Local neighbors are complaining about dense smoke coming from heaps of garbage being burned during a significant redesign and repair of a Donald Ross-designed course in western North Carolina.
In June, Bobby Weed Golf Design announced that the Waynesville Inn & Golf Club would be renovated, with intentions to decrease the facility’s 27 holes to a more manageable 18.
The first nine courses at Waynesville, near the Great Smoky Mountains National Park and the Blue Ridge Parkway, were constructed by renowned architect Ross and opened in 1926. Later, another 18 were added.
Residents informed WLOS-TV that a pair of burn pits in the hilly terrain less than an hour west of Asheville have created a dense cloud of smoke.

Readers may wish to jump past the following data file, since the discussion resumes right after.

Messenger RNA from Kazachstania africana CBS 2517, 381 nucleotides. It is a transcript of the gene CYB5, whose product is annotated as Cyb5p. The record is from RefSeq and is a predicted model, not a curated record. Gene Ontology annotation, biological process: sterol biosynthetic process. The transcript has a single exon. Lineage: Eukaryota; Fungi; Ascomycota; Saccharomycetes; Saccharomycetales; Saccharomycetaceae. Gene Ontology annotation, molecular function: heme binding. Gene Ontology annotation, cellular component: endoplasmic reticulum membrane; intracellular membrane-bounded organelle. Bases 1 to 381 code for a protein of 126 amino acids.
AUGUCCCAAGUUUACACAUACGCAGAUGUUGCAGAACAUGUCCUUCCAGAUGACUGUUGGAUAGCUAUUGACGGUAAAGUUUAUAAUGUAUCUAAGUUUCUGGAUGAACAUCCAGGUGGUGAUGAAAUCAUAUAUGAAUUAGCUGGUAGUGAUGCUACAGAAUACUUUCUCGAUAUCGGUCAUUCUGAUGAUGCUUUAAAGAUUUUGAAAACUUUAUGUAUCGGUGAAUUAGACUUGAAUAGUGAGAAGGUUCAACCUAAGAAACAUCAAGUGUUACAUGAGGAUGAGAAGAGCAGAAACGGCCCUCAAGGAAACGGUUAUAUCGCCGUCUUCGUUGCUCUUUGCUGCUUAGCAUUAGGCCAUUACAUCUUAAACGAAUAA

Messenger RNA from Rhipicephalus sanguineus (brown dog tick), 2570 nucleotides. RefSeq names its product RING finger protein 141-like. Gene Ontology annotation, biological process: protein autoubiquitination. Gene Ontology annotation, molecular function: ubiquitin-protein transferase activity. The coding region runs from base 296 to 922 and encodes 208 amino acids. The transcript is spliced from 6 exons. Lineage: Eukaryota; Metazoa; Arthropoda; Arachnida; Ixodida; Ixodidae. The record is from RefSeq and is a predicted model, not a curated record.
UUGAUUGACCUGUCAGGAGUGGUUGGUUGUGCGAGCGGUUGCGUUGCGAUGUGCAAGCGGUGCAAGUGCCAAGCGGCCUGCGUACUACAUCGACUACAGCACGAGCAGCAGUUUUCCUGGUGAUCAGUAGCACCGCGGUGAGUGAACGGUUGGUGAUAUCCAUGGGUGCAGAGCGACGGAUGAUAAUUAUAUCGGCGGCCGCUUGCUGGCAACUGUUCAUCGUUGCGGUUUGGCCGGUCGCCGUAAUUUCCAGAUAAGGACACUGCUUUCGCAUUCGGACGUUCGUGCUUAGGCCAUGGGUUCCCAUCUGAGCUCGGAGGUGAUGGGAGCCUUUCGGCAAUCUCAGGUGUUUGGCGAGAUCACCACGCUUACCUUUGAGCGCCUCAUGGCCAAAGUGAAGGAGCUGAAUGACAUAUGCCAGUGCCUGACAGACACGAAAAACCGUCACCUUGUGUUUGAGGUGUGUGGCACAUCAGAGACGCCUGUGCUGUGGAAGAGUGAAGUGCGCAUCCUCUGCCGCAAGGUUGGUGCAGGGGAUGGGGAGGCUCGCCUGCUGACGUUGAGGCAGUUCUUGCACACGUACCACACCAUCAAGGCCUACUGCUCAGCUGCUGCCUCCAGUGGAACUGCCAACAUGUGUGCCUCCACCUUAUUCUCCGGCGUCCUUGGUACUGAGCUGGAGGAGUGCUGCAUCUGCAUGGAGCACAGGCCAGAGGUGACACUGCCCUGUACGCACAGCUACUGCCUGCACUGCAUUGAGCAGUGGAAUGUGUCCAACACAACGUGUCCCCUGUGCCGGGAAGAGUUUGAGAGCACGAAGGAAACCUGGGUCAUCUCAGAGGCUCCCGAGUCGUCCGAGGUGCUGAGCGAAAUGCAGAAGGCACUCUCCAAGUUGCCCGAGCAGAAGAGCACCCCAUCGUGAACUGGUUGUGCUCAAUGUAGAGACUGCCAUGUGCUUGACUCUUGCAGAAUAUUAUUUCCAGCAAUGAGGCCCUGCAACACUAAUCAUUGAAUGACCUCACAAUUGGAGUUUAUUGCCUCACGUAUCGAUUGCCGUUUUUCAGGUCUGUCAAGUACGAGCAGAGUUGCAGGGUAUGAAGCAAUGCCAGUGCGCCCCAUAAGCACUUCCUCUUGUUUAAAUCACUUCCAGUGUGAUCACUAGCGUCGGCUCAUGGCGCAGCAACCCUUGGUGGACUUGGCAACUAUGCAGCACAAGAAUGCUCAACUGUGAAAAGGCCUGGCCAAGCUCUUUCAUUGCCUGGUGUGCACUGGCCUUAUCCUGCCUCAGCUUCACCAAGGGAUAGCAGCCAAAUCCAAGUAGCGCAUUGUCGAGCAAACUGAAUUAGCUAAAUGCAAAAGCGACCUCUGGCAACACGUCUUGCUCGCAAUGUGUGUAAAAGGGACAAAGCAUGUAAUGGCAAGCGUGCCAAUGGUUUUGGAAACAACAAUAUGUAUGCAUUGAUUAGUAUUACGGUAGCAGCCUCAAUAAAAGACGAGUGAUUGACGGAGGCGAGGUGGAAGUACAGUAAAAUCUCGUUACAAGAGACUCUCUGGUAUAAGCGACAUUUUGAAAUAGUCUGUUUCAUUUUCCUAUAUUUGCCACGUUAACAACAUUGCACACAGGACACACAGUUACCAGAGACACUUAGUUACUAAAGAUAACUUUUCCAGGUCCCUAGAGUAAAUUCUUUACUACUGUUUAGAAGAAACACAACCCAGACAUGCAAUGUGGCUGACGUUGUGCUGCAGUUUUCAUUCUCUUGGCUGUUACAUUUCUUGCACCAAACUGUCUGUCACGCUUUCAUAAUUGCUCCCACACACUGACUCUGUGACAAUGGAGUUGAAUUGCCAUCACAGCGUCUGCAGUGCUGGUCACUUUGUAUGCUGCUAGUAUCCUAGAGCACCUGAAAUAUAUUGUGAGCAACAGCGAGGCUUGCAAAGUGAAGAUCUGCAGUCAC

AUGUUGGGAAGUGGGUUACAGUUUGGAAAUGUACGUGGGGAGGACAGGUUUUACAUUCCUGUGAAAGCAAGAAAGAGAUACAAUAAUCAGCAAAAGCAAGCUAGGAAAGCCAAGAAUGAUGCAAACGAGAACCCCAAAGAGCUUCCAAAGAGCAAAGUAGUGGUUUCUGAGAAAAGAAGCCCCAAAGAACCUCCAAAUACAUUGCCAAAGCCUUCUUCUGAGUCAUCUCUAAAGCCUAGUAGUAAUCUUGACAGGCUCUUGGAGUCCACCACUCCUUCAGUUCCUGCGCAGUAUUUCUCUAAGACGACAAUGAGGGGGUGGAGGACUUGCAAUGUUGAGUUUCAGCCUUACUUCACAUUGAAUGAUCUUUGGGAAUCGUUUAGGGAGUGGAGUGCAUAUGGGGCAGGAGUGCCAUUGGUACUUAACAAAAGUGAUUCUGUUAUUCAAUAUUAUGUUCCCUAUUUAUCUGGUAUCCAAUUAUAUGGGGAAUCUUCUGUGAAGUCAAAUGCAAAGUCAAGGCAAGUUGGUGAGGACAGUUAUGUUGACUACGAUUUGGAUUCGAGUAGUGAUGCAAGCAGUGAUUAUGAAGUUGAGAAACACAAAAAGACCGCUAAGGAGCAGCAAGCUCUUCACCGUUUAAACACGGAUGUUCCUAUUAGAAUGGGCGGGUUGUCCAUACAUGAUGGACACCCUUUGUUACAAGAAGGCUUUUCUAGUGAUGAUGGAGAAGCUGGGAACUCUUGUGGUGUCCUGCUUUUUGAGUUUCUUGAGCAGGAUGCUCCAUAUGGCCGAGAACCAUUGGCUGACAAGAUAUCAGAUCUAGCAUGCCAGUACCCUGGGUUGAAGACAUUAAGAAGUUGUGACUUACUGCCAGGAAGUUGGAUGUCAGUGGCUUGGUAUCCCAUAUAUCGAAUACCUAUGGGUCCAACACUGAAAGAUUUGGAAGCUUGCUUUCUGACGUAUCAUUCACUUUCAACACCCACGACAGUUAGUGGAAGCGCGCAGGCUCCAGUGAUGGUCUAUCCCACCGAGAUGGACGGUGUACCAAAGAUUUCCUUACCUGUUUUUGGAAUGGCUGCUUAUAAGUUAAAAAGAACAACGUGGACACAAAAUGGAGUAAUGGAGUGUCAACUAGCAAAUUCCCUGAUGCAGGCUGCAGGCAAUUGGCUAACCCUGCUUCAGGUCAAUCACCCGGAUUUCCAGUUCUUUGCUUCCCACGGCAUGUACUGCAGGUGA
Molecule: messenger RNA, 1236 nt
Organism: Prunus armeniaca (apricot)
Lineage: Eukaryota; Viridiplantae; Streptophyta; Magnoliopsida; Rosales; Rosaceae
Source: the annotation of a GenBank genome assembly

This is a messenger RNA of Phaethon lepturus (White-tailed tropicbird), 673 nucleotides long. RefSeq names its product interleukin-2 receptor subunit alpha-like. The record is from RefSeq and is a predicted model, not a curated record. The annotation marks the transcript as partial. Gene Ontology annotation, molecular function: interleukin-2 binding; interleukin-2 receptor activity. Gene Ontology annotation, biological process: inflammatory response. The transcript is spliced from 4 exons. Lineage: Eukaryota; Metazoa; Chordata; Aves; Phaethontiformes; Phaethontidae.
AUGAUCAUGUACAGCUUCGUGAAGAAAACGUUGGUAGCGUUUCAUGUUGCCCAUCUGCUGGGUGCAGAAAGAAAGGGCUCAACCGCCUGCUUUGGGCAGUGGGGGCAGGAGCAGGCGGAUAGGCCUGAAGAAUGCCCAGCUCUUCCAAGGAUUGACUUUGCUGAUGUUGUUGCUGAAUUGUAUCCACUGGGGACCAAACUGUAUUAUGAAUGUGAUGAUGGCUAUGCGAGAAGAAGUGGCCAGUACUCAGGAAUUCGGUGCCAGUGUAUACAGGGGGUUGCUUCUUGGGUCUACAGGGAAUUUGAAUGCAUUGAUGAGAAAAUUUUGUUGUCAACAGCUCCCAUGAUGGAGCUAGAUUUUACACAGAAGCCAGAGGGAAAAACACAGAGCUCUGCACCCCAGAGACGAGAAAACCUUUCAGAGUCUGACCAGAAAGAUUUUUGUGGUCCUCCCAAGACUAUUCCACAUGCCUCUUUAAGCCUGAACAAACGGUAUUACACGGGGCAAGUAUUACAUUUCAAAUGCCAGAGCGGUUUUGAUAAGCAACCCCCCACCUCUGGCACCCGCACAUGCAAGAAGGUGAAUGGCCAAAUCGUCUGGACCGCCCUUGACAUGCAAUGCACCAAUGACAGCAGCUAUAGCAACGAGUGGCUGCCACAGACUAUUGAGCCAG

A fire marshal, on the other hand, argued that the corporation is doing everything appropriately.
“People are phoning and complaining about the smoke and ash,” Waynesville Fire Marshal Darrell Calhoun said to the television station. “They have a permit to burn.” They have an excavator and a fire pit with berms on each side. They’re following the rules to a tee.”
The resort’s master plans, according to Golfweek, include a study on the possibility of adding a short course and a Himalayan-style putting green. Addressing infrastructure and capital improvement needs, a hole-by-hole analysis, a full course restoration, implementing agronomic best practices, and effective budgeting are some of the other highlights of the master plan.
Raines Company, a hotel owning organization with various locations around the Southeast, owns the facility.
The 111-room inn and adjacent hilly course will join Raines’ boutique hotel branch, Woven by Raines, after 16 to 24 months of construction.